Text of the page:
We also got a few laps in with the remote lever version of the fork and shock. In playing with the different settings on the fly, we really came to appreciate just how efficient the pedal mode was. We’re quite used to pedal modes feeling a bit harsh, but this was not the case here. The bike remained very comfortable, only showing slight signs of harshness when landing bigger moves or hitting rougher sections at speed. On the flip side, we found ourselves actually gaining a lot of speed and hanging up less in technical settings when in pedal mode. This seemed a little counter-intuitive at first, but it becomes logical when you examine the damping curves of the different modes: the pedal mode is actually less progressive than the open mode, which we think translates to an ability to carry more speed over obstacles like roots and rocks. It kinda made the bike skim over that stuff instead of trying to absorb it, but without any real extra harshness. Quite a fun feeling, and surely an advantage in a racing situation as well (although the BMC team racers in attendance mentioned that they spend the vast majority of their time in the open mode when racing, which was also interesting and a testament to just how technical XCO racing has become at the highest level these days).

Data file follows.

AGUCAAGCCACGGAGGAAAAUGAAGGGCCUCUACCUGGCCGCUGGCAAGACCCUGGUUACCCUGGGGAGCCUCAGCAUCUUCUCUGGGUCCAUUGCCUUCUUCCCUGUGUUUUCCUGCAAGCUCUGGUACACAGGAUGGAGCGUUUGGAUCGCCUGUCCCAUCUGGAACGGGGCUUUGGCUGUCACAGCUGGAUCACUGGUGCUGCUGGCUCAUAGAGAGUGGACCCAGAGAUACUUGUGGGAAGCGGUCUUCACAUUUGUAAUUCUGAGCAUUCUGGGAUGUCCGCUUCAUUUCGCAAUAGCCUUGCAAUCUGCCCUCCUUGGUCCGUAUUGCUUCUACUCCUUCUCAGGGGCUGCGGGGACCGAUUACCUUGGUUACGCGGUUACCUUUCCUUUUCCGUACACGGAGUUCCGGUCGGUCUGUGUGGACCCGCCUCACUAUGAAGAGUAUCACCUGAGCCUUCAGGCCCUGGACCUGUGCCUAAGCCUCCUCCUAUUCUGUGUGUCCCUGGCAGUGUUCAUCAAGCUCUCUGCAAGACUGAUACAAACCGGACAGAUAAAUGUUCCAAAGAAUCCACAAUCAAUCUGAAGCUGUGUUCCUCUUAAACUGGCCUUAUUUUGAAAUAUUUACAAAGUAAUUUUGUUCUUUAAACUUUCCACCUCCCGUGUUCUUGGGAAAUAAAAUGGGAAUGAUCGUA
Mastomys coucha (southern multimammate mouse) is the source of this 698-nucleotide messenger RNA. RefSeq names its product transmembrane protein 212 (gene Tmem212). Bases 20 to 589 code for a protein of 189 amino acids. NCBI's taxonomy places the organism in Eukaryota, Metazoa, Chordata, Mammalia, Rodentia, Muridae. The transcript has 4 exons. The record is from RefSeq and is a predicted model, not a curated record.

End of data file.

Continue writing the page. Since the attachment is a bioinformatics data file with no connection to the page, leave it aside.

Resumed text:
Regarding the suspension mode lever, it took a little while to get the hang of it but it was intuitive enough after a while. The dropper lever placement is definitely less than ideal though, as it ended up really far away from the grip and required us to reach for it to activate it. We think that some more tuning might be required in this area, and maybe the whole thing can be made a bit slimmer. It did say “prototype” on ours still…

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What’s The Bottom Line?